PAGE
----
Sports

Freefaller: Mount Si High's Jimbo Davis seeks the rush as vaulter, defender

Jimbo Davis, an incoming junior at Mount Si High School, won first place in the Pole Vault Men
Jimbo Davis, an incoming junior at Mount Si High School, won first place in the Pole Vault Men's Open division at the 16th Annual Alki Swashbuckler Beach Vault.
— image credit: Courtesy Photo

This week marks a transition for Jimbo Davis.

The state-qualifying Mount Si High School pole vaulter is now switching gears as a corner on the Wildcat football team. That’s just a few weeks after the incoming junior won first place in the Pole Vault Men’s Open division at the 16th Annual Alki Swashbuckler Beach Vault.

Davis nailed a height of 12 feet, three inches, just under his personal best of  12 feet, six inches.

He’d already had a big year, making his first trip to the state track and field championships this spring as a sophomore. He recalls it as a fast, hurried, “cool” experience, and had an 11 foot, six-inch vault to claim 11th.

Davis traveled to state with Mount Si track and field head coach Greg Myers, who brings a disciplined work ethic and focus on fundamentals, pushing his athletes to do their best.

“That’s really gotten me to the next level,” Davis said.

This summer, Davis practices under the tutelage of former University of Washington vaulter McKane Lee. Weekly trips to Everett to train “has broadened my horizon,” the teen says.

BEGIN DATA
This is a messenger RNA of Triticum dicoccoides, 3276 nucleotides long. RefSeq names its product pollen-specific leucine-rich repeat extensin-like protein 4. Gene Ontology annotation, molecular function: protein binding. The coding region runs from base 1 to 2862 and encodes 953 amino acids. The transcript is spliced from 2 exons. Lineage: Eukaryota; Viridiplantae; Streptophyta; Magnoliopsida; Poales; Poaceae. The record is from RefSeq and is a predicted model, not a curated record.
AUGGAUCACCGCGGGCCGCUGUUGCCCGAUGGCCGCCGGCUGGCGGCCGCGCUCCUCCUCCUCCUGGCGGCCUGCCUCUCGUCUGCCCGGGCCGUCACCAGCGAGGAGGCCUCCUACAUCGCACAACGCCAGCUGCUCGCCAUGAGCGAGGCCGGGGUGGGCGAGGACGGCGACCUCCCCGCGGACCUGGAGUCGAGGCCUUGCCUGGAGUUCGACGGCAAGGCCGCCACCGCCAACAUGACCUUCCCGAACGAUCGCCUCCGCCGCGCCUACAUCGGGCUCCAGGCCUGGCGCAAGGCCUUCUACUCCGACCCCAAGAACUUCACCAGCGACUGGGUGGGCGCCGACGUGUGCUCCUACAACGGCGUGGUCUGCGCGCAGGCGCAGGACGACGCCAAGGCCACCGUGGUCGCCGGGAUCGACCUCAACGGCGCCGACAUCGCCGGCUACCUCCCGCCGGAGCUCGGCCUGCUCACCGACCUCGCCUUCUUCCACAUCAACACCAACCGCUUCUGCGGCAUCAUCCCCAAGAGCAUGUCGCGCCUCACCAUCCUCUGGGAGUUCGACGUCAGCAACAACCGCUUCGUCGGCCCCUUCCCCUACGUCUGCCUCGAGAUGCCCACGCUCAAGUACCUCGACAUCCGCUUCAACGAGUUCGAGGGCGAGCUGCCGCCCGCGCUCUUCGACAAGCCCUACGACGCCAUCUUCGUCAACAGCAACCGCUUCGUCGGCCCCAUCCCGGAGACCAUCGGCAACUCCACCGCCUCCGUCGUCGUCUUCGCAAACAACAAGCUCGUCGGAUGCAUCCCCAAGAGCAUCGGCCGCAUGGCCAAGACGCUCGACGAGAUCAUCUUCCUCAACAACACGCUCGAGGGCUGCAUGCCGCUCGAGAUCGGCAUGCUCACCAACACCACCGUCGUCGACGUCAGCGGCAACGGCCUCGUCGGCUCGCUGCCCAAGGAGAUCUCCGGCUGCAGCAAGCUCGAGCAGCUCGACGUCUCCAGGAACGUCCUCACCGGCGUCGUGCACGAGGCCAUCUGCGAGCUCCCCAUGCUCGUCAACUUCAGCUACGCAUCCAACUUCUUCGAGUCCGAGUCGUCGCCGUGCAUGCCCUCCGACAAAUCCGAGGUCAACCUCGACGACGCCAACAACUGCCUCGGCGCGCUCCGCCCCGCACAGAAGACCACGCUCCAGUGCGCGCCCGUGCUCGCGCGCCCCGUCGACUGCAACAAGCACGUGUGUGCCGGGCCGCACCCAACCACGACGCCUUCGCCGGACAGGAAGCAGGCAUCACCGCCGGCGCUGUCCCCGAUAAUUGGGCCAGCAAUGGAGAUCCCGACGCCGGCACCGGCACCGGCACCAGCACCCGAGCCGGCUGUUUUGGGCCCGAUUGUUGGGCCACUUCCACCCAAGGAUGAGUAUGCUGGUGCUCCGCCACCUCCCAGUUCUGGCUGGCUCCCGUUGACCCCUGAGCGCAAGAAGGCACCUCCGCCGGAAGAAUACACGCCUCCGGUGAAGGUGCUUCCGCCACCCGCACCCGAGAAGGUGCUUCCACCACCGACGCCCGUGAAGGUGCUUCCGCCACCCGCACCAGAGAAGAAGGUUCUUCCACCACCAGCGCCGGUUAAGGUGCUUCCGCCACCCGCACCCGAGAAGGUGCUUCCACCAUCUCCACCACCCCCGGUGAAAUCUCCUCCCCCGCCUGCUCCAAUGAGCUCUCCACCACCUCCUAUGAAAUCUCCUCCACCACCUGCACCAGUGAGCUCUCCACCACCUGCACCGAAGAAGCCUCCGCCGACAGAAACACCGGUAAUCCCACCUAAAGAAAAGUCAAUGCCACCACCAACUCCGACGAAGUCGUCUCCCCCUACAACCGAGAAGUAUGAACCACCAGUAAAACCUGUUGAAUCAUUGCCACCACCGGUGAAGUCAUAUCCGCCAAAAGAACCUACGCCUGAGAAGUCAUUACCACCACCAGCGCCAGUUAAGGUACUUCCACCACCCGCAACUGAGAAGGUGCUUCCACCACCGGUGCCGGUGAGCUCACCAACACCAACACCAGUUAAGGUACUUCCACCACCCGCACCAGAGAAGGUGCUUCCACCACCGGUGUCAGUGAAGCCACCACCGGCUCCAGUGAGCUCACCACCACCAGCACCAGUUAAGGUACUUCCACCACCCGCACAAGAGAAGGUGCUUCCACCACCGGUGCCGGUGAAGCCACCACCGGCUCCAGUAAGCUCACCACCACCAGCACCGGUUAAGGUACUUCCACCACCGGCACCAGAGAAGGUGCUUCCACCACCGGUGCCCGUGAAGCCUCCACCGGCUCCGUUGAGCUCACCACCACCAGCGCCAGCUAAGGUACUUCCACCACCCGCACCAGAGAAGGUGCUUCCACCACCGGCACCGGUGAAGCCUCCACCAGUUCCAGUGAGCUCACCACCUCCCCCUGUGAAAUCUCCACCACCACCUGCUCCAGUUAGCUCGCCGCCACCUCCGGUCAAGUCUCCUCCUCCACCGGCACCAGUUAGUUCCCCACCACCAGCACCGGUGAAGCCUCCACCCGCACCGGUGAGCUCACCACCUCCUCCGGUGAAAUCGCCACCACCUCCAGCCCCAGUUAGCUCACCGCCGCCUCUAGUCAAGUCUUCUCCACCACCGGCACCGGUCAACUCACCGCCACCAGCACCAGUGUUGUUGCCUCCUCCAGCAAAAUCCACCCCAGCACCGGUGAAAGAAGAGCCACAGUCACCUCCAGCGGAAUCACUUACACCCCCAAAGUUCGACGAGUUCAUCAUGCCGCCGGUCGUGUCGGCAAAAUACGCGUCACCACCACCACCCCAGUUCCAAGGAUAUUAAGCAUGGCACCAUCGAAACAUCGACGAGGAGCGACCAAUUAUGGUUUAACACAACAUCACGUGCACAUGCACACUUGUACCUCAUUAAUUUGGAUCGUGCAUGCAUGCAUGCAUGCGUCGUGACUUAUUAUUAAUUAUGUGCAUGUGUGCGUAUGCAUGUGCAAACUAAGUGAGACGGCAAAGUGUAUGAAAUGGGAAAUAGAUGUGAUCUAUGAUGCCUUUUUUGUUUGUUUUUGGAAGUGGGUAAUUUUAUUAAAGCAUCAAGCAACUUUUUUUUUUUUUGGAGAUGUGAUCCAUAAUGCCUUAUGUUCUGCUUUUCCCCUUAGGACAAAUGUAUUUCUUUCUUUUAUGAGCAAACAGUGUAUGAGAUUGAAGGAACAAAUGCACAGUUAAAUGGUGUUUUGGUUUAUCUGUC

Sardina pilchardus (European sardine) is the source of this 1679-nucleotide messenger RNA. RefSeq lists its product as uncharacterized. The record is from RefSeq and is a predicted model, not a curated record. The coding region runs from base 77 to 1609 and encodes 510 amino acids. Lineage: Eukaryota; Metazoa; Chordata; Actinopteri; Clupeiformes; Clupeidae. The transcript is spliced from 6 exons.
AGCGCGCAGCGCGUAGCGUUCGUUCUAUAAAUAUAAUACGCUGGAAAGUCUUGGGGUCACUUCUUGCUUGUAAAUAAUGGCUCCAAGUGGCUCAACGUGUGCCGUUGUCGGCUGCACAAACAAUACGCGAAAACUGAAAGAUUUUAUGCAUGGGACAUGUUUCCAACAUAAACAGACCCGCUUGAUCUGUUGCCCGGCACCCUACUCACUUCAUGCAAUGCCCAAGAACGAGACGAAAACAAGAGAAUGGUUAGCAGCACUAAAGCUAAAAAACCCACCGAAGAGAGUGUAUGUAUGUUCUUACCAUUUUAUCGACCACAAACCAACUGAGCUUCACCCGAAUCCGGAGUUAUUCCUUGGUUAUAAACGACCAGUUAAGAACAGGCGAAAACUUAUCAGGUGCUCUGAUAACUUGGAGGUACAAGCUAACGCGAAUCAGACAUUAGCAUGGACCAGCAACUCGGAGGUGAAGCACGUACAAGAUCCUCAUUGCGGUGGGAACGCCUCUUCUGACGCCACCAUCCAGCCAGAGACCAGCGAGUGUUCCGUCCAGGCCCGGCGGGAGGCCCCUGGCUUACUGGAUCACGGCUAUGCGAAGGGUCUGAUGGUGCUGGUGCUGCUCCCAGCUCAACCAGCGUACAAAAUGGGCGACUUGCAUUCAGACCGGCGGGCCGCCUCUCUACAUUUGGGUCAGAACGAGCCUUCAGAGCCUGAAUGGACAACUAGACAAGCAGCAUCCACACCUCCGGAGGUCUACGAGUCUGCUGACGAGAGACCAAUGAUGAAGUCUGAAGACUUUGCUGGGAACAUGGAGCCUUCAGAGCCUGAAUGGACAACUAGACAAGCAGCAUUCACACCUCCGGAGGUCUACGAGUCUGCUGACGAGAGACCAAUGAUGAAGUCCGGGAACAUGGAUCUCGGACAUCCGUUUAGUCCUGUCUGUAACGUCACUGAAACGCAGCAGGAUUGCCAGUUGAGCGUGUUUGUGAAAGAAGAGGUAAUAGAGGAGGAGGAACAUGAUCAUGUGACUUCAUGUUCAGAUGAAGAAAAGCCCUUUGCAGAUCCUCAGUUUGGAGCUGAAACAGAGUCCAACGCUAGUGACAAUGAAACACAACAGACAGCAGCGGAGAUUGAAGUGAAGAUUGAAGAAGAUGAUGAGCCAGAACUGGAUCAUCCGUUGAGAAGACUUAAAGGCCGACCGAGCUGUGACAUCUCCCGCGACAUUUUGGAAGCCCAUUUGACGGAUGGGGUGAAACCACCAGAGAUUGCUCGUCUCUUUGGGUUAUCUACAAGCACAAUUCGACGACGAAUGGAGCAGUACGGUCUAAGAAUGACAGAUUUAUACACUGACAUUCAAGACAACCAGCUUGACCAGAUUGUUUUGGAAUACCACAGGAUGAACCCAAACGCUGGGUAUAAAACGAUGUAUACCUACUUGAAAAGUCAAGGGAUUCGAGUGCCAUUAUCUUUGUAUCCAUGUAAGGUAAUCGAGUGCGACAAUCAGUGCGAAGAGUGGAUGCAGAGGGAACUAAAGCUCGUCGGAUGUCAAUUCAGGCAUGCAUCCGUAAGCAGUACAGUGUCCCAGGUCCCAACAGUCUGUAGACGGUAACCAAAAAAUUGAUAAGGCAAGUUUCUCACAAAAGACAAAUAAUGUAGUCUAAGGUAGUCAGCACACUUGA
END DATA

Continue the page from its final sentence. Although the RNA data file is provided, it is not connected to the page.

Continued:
He plans to continue vaulting practice this fall and winter, time permitting. His next goal is to break 14 feet.

Sky high

The excitement of Davis’ chosen event is in the approach.

“If you have a good plant, the rest is easy,” he said. “You don’t really feel it. It happens really fast.”

Davis must get his speed right and control precisely how he places his pole. The moment that he plants it, he knows whether he’s going to make it.

After that, he simply arcs himself over the bar, then enjoys the second or so of freefall.

“I like the rush,” said Davis, who also enjoys bridge jumping and cliff diving during summer trips to Lake Chelan.

By the way, “Jimbo” is not his real name (James Wesley Davis IV). But Jimbo has stuck since the day he was born, and is stitched securely into his letterman’s jacket.

His father is a vaulter, and his mom, Angi, went to state for tennis in high school. Jimbo’s angling to beat his dad’s PR.

“He’d love it,” Angi said of her husband.

Off the field, Davis prefers math over English, and is thinking about a career in real estate.

Davis is hoping to make a great season of memories with his friends on the Wildcat football team, and see state on the way. As corner, it’s his job to guard enemy wide receivers, “and not get beat too deep.” He took part in summer speed camp and is in the weight room every morning.

“Strength can always help you,” Davis said.

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